Tag Archives: acquisition

Have You Sanity-Checked the Valuation Multiple?

I’m talking about the valuation multiple on the company you think you’d like to acquire.

 

Several months back I was talking the owner of a company, one of my client’s acquisition targets, about valuation. The conversation was similar to one I’ve had many times. He felt that his company was worth 7x trailing twelve months operating income, or based on my best estimate, about 5.6x EBITDA which is on the high side for an industry that is seeing similar transactions in the range of 4-5x EBITDA. His rational was that the company, at about $15 million in revenue, was achieving 20% operating margins–he suggested that I go try to make that kind of profit in the stock market. He also indicated that there had been offers in the past that were south of 7x operating income, and he felt he could do better.

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Securing Your Base – Ensure Employee Support after Acquiring a Company

Since our firm typically works with corporate clients in making strategic acquisitions, we have a unique perspective on the entire process, from initial contact through execution and integration. The following are some best practices that we have seen used effectively by our clients to garner employee support as they integrate an acquisition.

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Public Company Multiples: Good Proxy for Value?

Often I find myself discussing valuation with private business owners and many times they will bring up market multiples of their larger, public competitors as a point of reference. Unfortunately, this often provides an unrealistic view of value for their smaller, middle-market business as private companies have an inherent liquidity discount that public companies do not have.

 

Public companies also have the benefit of size and scale which contributes to higher valuation multiples. Other attributes like the ability to buy and sell shares in the open market and raise capital through equity offerings further support these valuation premiums.

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Drafting an Effective Letter of Intent

A few years back, in my role as Corporate Development Director, I found myself in the middle of the most contentious letter of intent negotiations of my career. The sellers didn’t want to disclose the deal to employees until closing and they were concerned that due diligence would result in leaks. So the sellers insisted on a very detailed letter of intent before launching into due diligence. I spent several months negotiating that LOI and spent nearly as much on legal fees as I would on a purchase agreement. It was a long and frustrating experience, and not an approach I would recommend. That was one negative experience of many positive experiences using the LOI as a mechanism to move acquisition negotiations forward.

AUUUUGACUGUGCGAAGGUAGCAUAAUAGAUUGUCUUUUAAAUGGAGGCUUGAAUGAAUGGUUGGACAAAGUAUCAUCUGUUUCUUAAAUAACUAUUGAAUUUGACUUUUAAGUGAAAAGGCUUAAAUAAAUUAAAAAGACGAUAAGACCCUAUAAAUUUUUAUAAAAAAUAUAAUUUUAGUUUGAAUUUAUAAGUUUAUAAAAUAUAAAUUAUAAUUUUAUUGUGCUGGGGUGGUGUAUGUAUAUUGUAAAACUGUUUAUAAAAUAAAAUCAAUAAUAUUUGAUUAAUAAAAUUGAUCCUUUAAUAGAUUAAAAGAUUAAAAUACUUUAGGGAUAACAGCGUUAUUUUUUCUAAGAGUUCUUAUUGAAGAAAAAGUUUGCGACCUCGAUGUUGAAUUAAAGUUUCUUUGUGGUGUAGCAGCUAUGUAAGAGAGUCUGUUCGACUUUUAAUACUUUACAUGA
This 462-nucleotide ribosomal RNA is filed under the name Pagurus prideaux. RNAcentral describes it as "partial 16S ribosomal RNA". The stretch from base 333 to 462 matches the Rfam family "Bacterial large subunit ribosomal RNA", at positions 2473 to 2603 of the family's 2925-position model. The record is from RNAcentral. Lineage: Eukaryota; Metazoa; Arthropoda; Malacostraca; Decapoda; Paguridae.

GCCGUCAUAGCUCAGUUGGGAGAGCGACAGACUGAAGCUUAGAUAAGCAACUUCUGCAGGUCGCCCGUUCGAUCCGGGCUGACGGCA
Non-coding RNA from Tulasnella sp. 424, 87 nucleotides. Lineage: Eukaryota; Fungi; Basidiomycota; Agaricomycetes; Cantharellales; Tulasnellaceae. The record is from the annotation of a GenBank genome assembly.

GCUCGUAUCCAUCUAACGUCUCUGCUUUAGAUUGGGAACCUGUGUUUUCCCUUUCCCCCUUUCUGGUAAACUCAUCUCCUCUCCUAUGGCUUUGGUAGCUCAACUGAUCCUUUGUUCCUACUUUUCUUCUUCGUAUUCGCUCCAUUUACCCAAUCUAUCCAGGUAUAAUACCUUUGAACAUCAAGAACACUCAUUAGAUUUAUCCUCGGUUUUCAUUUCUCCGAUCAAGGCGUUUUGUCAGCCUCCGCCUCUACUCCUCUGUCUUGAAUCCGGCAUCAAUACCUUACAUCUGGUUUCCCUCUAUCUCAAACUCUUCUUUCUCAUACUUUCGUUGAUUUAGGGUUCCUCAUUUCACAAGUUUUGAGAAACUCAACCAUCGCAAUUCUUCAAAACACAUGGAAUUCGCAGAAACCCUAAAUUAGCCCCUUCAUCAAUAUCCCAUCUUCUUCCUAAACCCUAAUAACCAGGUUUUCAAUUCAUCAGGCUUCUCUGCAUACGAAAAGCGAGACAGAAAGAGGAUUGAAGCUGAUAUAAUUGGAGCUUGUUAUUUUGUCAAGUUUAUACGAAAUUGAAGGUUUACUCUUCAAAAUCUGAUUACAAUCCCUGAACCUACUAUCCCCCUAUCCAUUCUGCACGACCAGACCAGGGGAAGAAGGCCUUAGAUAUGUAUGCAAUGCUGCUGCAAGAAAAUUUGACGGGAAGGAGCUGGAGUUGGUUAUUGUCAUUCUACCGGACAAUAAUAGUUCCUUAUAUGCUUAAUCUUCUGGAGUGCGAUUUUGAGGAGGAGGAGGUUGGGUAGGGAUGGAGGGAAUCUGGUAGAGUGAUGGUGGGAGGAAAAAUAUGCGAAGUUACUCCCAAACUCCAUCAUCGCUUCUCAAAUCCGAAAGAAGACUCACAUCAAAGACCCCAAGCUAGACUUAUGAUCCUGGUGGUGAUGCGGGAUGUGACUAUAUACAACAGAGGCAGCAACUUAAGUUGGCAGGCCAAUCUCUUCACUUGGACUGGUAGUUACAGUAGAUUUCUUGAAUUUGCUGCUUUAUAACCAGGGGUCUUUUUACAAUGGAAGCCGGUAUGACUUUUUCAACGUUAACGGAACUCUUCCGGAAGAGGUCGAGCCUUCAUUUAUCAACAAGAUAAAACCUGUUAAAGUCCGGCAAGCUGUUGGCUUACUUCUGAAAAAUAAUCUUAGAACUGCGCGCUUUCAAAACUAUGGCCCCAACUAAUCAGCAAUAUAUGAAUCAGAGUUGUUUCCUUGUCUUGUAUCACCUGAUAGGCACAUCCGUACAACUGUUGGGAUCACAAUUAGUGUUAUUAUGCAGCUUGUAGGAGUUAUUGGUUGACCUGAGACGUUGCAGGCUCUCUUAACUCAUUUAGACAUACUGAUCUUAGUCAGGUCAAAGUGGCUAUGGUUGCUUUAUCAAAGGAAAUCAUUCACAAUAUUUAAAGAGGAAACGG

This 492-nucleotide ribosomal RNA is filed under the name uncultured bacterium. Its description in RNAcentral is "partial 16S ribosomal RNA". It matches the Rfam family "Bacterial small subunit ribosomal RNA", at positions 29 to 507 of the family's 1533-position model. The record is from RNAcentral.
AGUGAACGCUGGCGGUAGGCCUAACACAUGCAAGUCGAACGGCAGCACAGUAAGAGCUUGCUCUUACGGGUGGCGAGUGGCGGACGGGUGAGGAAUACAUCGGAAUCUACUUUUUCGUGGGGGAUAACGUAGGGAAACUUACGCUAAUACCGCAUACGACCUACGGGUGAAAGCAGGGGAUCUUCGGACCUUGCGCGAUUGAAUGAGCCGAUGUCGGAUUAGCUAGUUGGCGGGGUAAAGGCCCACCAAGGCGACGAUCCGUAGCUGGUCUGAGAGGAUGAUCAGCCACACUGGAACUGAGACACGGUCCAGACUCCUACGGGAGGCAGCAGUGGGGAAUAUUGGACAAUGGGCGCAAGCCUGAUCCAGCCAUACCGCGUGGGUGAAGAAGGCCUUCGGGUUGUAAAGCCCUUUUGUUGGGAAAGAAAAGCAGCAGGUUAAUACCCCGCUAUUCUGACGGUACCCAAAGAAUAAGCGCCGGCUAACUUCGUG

I recently reflected on this topic with Laura Lo Bianco of Fennemore Craig (Top 3 Law firm in Phoenix). We would like to share with you what we view as a few best practices around drafting a LOI.

 

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Buying Assets vs. Stock

When buying a business, deciding on how to structure the transaction plays a very important factor for both buyer and seller. Typically, buyers prefer to buy assets and sellers prefer to sell stock. However, since often each party benefits from the opposite structure, it is important to understand the dynamics of each structure as they relate to both buyer and seller.

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5 Tips to Selecting Buy-Side M&A Counsel

There are a myriad articles out there about choosing a sell-side M&A attorney, but very few that address the other side of the deal. Our middle-market acquisition clients and prospective clients run the gamut when it comes to M&A experience. For those that may be newer to M&A, I propose 5 tips to help you choose M&A counsel and ramp your acquisition program.
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How to Solve the Integration Manager Dilemma

If you’re relatively new to acquisitions, you either have yet to discover the challenges you will face while managing your integration, or you’ve already discovered that integration can be downright difficult.

 

When preparing for an integration, one of the first questions you may ask yourself is, “who”?

 

  • Who inside your company has plenty of downtime in their current role, or can take a hiatus from their job for 2 to 4 months or perhaps even longer to manage your integration project?
  • Who do you trust to integrate the current acquisition, and to establish your integration playbook for the future, assuming you don’t want to reinvent the wheel every time you acquire and integrate a company?
  • Who has managed complex projects, and is familiar with project management best practices?
  • Who is senior enough to require performance of the integration team, while maintaining frequent and fluid communication with upper management?
  • Who can manage the project objectively, without focusing too much on their own functional background?

 

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Protecting Acquired Intellectual Property

If you are anything like most of my buy-side clients, you typically handle IP diligence internally. This is partially because the middle market companies I work with often acquire businesses with minimal patented IP (though there are always other types of IP in a deal), but it is also due to the potentially high cost of outsourced legal diligence.

 

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